Watercress Line

Ropley Loco Wednesday Gang - 7th March 2018 – It’s the Ides of March next week (again)

It’s been a few weeks since the last blog so I decided it was high time for another.  Not that there’s huge amounts of visible progress to report, but just to show that the inmates of the Ropley Home for the Bewildered are still here and still doing great things.

Even through the recent snow flurry we soldiered on (and soldered on!), and sent Arctic explorers up to the headshunt to remove the steam turbine generator from Wadebridge.  That’s dedication for you. They came back complaining about “frozen nuts”, a reference to the bolts contracting in length by about 10-20 thou in the extremely low temperature, making them very hard to shift.  This was made even more difficult by lack of access so they hadn’t spotted that some of the nuts were welded on.  This was done to avoid the problem of loosening in cycles of high and low temperatures and the vibration caused by the steam turbine. They revisited the scene this week, in spring sunshine, and I think they finished the job.

A few words about February’s steam gala.  Right up to the wire we had unexpected faults in 3 of the locomotives that were due to star in the show.  Cheltenham had a firebox leak, 45231 had a failed superheater gasket and 45379 was stopped with a melted ashpan and grate. All of these looked like show-stoppers, but the heroic efforts of the staff and volunteers had them all fixed just in time. The customers on the trains were completely unaware of what it took to make the magic happen – especially the double-headed black fives.

Back to this week. Out in the yard, 45231 was in steam, and I’m guessing that as the support coach appeared in the platform, this loco was probably headed back to Southall.  The 9F seems to have had it’s tyres turned – all except the centre flangeless ones - and there was some work ongoing with the Ivatt Tank and Cheltenham.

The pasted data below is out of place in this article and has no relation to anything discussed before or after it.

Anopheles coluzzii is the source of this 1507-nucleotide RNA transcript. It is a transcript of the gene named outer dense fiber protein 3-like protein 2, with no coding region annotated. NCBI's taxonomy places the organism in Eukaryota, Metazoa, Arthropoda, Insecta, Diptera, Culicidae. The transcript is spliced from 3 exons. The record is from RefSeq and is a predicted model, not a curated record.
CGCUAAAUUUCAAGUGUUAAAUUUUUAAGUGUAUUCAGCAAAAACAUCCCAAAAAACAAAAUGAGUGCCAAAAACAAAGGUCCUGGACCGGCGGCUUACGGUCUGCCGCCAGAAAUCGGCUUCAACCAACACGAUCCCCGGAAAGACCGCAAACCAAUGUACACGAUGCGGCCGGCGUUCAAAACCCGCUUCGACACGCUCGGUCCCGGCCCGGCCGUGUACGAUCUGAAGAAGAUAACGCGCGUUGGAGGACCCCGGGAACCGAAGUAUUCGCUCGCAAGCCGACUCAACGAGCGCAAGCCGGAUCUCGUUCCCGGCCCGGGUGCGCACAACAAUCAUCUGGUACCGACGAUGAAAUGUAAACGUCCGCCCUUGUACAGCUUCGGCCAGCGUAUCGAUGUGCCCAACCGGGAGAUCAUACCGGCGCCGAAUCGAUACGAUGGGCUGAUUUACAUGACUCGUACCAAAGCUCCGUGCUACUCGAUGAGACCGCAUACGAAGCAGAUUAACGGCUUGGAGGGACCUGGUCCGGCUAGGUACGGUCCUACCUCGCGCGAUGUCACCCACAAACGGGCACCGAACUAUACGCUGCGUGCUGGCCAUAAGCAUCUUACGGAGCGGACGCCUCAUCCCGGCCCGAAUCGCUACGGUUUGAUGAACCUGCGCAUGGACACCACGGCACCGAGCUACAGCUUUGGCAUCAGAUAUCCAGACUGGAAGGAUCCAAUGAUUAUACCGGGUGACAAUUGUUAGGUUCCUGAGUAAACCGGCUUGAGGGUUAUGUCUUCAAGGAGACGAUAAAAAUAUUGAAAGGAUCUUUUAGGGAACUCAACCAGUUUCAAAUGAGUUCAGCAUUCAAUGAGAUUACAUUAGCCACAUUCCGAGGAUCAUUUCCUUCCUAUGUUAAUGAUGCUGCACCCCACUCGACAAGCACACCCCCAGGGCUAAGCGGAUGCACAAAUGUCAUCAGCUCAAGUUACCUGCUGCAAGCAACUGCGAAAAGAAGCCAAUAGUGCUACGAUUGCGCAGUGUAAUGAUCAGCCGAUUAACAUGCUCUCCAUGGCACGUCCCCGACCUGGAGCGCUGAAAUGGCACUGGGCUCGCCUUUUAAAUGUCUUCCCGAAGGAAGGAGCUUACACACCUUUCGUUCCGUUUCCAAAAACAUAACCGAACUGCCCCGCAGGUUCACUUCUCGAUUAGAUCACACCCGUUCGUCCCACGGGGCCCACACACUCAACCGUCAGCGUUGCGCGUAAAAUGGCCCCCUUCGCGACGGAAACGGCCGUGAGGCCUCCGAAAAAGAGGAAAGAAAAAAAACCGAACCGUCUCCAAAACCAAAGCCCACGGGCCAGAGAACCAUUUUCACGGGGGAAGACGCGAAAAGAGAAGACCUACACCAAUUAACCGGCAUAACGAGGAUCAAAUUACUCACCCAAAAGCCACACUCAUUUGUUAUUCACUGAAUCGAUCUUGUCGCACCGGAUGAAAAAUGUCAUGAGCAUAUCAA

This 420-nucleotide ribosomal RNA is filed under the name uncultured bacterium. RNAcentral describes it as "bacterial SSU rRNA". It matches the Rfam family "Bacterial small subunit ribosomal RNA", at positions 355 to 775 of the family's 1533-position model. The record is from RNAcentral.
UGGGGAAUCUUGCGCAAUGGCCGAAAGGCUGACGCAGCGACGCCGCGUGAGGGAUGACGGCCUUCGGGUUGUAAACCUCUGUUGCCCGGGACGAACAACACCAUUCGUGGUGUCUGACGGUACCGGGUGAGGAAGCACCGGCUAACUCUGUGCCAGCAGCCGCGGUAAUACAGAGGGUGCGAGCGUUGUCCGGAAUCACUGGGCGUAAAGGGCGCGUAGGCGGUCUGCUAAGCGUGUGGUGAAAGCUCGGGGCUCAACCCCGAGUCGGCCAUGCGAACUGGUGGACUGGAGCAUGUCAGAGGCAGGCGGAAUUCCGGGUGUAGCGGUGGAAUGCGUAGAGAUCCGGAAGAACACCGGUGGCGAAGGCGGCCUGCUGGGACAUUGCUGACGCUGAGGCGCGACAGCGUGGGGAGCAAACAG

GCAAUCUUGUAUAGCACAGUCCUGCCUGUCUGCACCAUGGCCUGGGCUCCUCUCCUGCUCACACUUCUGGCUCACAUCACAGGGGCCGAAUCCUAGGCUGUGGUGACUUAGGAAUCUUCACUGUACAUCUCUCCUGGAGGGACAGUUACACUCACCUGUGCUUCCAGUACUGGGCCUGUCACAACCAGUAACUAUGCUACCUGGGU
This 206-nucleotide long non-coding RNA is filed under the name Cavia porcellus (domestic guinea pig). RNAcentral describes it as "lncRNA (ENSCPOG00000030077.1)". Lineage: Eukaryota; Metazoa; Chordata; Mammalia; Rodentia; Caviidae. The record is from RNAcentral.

Our Black Five (45379) was still in the wheeldrop shed following the investigation of a second crack in its frames.  Our loco is (I think) the only Black Five that still has the original pre-Grouping pattern of axle horn-blocks and spring mounts whereas all the other Black Fives in preservation had been re-built by LMS/BR with new or modified frames to overcome the difficulties created by a combination of weak design and Armstrong-Whitworths use of chromium steel.  These frames are over 80 years old now and I have a feeling they may need replacing some time in the next 80 years – something that would once have been considered to be impossible.  You can see the later type of horn-block and spring mount in the picture of the 9F below.

There’s been a job on the white-board for a few weeks now, to finish off the modifications to one of the track trolleys, and basically to get the wretched thing out of the shed to make some space. Dave and George were amongst the heroes who stepped forward to splosh paint onto it, and may have made a start on painting the tender lifting gantries. By the time they finish painting those, it will be time to start again at the other end.